In order for a skill to be mastered, there needs to be plenty of opportunity to practice those skills, including behavior and social skills. Young children will automatically practice skills that they are interested in learning. This can often times be seen as an annoyance because a child’s preference may not align with the teacher’s plans. These preferences can at times be seen as a challenging behavior, which is not the child’s intention. Through this I learned how to be flexible, admit when I wasn’t being flexible enough and learn how to rely on my team and administrator for support when I was struggling. This is only one example of how children have taught me something about myself through their need for repetition and mastery. The opportunity to watch children master new skills and finding ways to challenge myself to allow these opportunities to occur is definitely a joy.

Real Genius
Part of our work with children involves planning experiences for them. I have always enjoyed finding developmentally appropriate activities and materials to use in my activity plans. The real joy of implementing any activity was sitting back and observing the children and allowing them to teach me a thing or two about the different ways to use materials. I can remember bringing in five or six boxes into the classroom. I intentionally chose sizes of boxes so that they would nest together, like nesting cups. As the children played with the boxes they began to decide how many children could fit in each box, the biggest fit three children while the smallest could only fit a foot or a hand. Although this was not my initial intention with the boxes, the social interactions and peer cooperation that I saw in these 2-year-olds was amazing. They taught me that while being intentional is important, allowing children to explore freely can open up doors to all kinds of learning.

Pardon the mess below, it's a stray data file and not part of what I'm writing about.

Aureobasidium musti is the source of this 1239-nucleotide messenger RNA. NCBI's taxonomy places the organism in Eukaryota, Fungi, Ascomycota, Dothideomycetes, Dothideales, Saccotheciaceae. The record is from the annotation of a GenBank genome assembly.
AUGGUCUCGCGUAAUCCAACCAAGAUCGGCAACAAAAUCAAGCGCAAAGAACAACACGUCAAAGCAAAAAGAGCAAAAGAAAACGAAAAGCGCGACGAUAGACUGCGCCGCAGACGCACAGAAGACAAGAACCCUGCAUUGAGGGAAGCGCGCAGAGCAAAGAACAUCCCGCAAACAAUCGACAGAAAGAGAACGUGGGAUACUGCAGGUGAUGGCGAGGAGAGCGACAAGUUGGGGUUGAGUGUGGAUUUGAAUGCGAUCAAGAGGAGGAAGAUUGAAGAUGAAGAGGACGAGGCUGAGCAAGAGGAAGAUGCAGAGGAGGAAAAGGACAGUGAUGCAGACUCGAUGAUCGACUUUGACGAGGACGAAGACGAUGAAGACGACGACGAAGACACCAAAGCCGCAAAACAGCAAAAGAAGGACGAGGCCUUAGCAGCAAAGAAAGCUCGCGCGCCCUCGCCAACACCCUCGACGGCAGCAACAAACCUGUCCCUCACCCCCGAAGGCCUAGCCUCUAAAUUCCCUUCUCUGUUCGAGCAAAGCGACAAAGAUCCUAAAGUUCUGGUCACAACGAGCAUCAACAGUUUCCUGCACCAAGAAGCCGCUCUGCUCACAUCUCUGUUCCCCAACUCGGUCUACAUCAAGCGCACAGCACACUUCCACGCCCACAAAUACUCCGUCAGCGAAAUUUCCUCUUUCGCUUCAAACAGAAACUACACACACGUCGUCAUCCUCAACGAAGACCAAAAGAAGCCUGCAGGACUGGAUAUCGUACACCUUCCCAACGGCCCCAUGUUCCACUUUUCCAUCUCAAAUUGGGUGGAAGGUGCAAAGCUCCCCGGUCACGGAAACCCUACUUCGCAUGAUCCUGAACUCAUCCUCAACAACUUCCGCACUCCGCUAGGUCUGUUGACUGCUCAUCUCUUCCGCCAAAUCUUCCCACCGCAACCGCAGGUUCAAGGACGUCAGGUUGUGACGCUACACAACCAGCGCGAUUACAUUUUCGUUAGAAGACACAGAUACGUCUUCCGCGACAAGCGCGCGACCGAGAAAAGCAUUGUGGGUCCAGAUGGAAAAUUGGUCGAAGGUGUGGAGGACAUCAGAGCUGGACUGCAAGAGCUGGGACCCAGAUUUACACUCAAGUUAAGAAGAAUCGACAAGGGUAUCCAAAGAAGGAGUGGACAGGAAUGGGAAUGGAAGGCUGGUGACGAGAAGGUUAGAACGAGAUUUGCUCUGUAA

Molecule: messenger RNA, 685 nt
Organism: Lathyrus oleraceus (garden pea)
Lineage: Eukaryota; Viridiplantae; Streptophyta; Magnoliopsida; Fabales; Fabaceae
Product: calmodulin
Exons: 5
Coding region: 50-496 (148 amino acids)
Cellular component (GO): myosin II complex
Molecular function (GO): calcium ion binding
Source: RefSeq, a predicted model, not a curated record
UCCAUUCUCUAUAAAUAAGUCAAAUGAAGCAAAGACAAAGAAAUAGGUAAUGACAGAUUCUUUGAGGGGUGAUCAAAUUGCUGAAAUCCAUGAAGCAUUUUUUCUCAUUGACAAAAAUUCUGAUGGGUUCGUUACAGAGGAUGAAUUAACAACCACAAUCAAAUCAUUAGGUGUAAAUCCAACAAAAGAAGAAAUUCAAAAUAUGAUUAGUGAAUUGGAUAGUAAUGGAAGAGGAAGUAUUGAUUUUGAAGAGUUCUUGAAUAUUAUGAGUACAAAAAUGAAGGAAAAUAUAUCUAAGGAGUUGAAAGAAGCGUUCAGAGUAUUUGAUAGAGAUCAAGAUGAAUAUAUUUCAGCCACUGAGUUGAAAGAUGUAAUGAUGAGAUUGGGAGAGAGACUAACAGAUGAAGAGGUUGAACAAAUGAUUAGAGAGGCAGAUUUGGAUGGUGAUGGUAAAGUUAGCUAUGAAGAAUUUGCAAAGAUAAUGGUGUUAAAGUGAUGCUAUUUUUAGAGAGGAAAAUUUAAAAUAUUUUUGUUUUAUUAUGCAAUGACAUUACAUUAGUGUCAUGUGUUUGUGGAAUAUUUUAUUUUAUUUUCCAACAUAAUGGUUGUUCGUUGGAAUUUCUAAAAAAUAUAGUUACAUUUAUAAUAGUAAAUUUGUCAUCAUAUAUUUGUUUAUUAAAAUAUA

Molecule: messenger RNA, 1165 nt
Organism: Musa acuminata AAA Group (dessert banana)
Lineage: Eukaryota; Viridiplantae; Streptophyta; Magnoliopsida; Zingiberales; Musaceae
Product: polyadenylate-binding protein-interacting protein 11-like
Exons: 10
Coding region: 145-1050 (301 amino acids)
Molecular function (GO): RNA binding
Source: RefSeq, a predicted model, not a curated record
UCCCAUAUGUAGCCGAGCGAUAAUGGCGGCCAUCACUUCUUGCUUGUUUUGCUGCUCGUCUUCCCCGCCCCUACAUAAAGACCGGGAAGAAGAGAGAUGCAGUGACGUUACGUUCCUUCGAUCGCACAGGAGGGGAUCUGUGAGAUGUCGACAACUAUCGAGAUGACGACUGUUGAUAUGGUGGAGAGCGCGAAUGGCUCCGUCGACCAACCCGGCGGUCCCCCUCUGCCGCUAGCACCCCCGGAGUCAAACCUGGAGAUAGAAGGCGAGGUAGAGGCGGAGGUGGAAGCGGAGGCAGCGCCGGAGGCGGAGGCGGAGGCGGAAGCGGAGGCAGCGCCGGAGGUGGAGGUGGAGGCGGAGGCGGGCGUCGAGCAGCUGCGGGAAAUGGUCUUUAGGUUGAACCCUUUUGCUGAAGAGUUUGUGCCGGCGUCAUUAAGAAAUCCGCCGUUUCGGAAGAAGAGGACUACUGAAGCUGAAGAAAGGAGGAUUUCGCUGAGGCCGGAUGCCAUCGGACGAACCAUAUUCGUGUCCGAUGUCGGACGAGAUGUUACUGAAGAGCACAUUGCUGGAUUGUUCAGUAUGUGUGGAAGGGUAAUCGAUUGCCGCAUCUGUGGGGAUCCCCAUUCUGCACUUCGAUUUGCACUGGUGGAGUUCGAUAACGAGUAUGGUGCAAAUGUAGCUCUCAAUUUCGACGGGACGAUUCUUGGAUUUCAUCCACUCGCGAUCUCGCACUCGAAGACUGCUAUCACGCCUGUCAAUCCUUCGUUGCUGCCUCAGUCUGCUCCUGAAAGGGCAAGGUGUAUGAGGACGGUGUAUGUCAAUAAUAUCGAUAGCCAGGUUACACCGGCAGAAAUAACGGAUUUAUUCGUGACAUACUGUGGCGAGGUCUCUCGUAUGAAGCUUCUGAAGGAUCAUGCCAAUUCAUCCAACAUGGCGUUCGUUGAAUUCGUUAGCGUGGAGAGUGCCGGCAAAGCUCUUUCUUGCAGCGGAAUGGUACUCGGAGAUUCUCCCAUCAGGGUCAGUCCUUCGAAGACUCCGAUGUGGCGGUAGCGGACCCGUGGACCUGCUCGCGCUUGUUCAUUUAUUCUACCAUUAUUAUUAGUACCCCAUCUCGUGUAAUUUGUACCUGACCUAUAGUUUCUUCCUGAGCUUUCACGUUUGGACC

All in all, I can say that the biggest joy of working with children is that they have taught me more about myself than I think I could have learned if I had chosen any other profession. These joys are what kept me going on the rough days. The fact is if you are working with children, you should love children. So think about what you find joyful about working with children, and remember to be specific!

Game On!


It is becoming less common to see a child playing a board game in this day of technology, where video games, iPads and phones with game apps are everywhere. What children seem to desire and need more than anything is time spent together with the adults in their lives. Why not grab a board game and show a child that you have an hour or two to focus on having fun while teaching many lifelong skills?